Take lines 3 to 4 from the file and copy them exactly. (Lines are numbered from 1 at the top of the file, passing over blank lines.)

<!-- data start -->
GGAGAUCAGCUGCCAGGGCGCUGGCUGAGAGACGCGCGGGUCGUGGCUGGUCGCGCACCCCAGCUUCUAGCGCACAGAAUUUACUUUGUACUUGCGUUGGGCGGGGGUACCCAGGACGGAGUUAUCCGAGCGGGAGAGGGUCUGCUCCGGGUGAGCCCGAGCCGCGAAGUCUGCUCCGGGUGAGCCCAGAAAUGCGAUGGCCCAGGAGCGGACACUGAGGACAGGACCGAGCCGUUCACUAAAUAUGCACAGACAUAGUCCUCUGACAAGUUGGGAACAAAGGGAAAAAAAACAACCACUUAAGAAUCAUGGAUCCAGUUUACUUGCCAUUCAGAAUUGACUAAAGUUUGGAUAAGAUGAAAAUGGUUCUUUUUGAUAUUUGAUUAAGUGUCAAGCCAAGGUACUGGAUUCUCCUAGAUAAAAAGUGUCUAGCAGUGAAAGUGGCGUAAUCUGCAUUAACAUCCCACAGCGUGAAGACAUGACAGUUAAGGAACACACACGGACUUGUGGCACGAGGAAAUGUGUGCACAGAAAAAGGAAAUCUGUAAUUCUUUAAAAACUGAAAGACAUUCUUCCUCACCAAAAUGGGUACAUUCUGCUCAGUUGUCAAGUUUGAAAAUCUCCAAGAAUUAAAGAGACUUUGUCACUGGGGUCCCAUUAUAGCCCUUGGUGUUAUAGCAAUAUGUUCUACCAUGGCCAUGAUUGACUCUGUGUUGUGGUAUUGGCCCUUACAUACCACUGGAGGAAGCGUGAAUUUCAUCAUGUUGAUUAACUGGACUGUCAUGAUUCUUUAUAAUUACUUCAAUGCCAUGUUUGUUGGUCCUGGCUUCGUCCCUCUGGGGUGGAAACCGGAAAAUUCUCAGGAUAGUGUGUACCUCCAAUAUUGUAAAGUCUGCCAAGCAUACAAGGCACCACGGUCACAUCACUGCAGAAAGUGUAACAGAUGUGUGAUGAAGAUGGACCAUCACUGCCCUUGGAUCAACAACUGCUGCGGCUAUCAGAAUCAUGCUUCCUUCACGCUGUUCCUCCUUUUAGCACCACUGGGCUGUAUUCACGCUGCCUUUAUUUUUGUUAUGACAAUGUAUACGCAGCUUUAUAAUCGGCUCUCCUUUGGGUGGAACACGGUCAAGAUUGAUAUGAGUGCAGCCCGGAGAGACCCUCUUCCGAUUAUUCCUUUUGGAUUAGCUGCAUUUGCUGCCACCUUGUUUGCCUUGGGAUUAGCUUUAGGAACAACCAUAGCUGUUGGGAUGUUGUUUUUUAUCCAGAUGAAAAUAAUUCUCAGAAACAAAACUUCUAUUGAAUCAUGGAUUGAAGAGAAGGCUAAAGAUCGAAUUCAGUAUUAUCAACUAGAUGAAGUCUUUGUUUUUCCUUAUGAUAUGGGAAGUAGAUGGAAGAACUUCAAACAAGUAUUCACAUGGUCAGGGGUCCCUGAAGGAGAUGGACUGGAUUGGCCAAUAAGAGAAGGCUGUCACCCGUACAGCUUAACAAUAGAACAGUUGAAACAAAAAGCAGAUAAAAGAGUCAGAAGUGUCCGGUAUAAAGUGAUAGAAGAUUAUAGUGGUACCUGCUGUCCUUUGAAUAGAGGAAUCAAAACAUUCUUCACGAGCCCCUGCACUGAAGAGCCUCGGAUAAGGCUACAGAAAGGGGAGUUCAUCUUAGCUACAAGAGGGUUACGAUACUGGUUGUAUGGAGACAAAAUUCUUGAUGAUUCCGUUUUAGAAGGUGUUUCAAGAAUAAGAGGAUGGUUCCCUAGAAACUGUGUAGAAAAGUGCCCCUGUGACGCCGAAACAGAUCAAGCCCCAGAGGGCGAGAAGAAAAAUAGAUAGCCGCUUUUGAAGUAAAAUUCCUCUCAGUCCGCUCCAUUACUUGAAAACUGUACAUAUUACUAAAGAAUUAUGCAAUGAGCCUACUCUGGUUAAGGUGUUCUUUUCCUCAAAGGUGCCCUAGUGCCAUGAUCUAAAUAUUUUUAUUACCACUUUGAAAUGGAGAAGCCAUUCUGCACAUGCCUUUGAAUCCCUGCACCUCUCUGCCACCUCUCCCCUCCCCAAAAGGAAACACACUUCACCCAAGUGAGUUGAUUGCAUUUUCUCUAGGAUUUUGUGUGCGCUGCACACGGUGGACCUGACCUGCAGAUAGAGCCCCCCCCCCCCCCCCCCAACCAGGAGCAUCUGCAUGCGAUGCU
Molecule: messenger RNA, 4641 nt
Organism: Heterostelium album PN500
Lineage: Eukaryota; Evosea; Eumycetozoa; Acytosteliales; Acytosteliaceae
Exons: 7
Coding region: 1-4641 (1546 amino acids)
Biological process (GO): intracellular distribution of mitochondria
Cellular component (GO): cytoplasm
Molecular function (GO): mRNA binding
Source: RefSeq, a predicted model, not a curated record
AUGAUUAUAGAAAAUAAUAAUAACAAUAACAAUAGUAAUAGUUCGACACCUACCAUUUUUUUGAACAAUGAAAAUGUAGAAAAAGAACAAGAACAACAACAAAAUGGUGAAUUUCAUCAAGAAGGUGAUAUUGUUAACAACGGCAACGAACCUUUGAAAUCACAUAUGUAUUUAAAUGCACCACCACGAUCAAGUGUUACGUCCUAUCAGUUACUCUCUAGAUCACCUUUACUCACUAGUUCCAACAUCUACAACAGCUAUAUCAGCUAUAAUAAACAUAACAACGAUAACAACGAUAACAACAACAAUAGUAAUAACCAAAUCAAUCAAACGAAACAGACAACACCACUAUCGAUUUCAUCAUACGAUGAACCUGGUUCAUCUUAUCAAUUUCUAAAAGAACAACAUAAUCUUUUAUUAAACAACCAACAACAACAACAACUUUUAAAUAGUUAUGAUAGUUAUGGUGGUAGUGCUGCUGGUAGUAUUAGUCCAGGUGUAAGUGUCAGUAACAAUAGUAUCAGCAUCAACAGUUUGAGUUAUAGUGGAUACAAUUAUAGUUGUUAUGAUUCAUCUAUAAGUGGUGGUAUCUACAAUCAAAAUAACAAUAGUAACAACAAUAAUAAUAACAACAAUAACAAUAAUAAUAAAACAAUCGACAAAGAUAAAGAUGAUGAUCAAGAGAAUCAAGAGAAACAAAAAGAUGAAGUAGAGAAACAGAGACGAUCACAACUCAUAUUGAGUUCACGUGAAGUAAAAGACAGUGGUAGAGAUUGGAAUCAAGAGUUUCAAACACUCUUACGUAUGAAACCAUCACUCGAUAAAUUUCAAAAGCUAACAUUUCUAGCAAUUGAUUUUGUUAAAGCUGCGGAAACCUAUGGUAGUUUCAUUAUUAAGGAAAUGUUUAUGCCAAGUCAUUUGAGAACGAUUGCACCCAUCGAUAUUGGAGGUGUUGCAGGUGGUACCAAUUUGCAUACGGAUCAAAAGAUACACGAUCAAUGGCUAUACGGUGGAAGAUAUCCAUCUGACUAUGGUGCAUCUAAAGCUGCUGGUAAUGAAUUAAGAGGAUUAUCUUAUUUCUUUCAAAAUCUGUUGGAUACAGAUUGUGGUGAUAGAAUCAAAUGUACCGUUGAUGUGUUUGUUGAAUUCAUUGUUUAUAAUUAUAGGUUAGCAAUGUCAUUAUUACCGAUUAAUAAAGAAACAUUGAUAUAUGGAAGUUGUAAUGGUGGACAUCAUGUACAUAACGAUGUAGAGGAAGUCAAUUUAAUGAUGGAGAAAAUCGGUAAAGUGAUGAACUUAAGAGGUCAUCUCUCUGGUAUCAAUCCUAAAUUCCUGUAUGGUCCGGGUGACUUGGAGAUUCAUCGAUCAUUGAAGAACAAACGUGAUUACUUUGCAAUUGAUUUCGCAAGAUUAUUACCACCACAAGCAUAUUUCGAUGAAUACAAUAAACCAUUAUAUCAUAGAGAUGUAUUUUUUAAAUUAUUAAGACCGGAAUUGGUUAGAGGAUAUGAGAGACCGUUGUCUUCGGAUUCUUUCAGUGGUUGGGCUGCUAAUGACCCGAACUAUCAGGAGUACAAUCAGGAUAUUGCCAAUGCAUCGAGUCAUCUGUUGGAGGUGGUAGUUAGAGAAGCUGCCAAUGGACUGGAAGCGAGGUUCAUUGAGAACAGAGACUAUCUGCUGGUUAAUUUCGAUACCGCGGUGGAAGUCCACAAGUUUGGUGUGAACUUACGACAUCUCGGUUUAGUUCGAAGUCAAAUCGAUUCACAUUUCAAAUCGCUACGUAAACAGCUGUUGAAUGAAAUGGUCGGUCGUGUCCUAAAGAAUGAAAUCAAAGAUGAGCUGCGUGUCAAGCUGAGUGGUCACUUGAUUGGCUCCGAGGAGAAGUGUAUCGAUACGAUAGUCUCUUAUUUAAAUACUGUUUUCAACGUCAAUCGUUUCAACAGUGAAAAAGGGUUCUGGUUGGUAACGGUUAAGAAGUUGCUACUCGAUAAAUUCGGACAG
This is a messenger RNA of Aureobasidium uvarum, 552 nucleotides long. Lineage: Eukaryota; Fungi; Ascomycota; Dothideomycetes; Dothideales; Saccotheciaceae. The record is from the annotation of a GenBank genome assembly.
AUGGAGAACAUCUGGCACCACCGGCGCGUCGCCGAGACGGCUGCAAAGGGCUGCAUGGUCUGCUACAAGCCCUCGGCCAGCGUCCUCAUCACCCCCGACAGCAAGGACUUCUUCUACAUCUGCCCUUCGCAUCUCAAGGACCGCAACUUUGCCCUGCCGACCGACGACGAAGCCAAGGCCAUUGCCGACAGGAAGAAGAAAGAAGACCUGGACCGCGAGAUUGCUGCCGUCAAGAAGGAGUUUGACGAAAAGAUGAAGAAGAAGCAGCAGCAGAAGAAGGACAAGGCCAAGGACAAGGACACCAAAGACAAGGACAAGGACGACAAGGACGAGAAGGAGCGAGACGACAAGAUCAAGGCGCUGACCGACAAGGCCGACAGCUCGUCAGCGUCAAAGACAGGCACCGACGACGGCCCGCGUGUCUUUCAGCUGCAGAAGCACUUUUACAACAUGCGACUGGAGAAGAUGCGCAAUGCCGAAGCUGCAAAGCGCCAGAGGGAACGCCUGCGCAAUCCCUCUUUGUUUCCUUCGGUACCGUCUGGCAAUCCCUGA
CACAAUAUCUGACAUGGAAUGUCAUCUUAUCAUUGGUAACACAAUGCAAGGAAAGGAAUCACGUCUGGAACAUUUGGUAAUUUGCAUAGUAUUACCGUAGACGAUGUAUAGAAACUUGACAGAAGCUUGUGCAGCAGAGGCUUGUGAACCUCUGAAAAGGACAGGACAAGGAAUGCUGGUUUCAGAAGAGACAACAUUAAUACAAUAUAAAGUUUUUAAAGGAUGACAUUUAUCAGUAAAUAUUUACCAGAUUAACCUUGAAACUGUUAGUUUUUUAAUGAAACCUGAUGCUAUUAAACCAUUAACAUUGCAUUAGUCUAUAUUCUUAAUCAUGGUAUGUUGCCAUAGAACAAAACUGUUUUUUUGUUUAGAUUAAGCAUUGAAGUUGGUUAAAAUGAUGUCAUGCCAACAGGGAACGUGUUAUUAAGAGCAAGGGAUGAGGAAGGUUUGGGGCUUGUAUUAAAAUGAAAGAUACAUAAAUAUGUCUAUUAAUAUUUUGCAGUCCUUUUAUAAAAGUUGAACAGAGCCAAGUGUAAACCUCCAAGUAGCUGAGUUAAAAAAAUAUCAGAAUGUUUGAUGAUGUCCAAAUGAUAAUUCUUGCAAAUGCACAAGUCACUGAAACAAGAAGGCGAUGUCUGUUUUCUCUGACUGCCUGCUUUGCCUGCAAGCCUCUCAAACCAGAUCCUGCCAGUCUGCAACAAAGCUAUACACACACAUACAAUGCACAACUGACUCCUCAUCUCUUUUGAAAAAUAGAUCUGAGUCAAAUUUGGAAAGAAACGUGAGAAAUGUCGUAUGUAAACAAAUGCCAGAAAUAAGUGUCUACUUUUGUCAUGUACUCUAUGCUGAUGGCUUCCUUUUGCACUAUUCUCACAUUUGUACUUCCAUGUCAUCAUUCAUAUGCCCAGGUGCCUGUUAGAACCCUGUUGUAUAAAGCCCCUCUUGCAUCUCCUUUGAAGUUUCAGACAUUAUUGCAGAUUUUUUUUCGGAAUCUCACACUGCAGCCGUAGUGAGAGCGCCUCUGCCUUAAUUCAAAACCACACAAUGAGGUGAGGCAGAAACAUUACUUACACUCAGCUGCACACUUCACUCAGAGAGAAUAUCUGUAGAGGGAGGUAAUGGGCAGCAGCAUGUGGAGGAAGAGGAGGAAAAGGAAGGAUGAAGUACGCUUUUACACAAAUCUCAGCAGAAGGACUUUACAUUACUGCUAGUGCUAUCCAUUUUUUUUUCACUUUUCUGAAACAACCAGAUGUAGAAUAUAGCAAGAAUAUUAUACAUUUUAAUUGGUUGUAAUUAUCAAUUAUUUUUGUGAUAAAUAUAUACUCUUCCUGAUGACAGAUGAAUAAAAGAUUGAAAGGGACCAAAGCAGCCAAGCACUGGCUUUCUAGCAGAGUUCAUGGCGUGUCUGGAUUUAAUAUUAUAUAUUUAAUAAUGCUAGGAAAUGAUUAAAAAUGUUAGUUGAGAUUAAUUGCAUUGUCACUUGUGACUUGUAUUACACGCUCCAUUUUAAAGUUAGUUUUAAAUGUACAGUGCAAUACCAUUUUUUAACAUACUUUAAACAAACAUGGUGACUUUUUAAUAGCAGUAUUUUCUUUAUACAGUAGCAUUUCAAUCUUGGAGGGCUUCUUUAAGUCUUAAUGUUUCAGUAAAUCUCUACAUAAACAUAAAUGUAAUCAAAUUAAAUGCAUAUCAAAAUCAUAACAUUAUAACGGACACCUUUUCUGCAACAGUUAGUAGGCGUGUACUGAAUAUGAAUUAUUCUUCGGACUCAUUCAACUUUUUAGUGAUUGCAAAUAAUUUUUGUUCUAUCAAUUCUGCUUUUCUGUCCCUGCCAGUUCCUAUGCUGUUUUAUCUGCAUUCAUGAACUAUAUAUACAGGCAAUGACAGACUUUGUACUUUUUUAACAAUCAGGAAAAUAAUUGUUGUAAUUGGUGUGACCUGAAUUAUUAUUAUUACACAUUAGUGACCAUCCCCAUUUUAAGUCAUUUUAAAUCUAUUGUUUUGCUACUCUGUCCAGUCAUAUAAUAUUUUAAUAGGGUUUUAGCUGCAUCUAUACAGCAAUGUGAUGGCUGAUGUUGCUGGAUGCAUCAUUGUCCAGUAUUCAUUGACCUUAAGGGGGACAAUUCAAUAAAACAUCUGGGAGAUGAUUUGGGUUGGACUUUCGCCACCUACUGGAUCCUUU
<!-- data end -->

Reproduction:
Organism: Heterostelium album PN500
Lineage: Eukaryota; Evosea; Eumycetozoa; Acytosteliales; Acytosteliaceae